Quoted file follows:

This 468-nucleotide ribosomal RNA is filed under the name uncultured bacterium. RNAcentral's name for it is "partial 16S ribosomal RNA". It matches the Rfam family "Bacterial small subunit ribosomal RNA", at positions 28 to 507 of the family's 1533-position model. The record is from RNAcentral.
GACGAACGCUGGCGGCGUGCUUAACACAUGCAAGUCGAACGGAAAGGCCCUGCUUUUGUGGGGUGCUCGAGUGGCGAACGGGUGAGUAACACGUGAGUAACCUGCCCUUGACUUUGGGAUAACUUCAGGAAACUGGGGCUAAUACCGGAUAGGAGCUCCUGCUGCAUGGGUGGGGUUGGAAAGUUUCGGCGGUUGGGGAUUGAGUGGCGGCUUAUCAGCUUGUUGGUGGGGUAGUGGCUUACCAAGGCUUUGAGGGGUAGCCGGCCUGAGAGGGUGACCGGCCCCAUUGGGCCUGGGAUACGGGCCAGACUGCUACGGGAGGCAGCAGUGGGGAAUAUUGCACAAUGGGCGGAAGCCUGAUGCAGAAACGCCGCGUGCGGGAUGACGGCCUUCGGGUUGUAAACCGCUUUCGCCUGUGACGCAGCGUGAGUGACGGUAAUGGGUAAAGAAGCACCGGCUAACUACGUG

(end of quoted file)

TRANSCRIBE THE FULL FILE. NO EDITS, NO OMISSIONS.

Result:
This 468-nucleotide ribosomal RNA is filed under the name uncultured bacterium. RNAcentral's name for it is "partial 16S ribosomal RNA". It matches the Rfam family "Bacterial small subunit ribosomal RNA", at positions 28 to 507 of the family's 1533-position model. The record is from RNAcentral.
GACGAACGCUGGCGGCGUGCUUAACACAUGCAAGUCGAACGGAAAGGCCCUGCUUUUGUGGGGUGCUCGAGUGGCGAACGGGUGAGUAACACGUGAGUAACCUGCCCUUGACUUUGGGAUAACUUCAGGAAACUGGGGCUAAUACCGGAUAGGAGCUCCUGCUGCAUGGGUGGGGUUGGAAAGUUUCGGCGGUUGGGGAUUGAGUGGCGGCUUAUCAGCUUGUUGGUGGGGUAGUGGCUUACCAAGGCUUUGAGGGGUAGCCGGCCUGAGAGGGUGACCGGCCCCAUUGGGCCUGGGAUACGGGCCAGACUGCUACGGGAGGCAGCAGUGGGGAAUAUUGCACAAUGGGCGGAAGCCUGAUGCAGAAACGCCGCGUGCGGGAUGACGGCCUUCGGGUUGUAAACCGCUUUCGCCUGUGACGCAGCGUGAGUGACGGUAAUGGGUAAAGAAGCACCGGCUAACUACGUG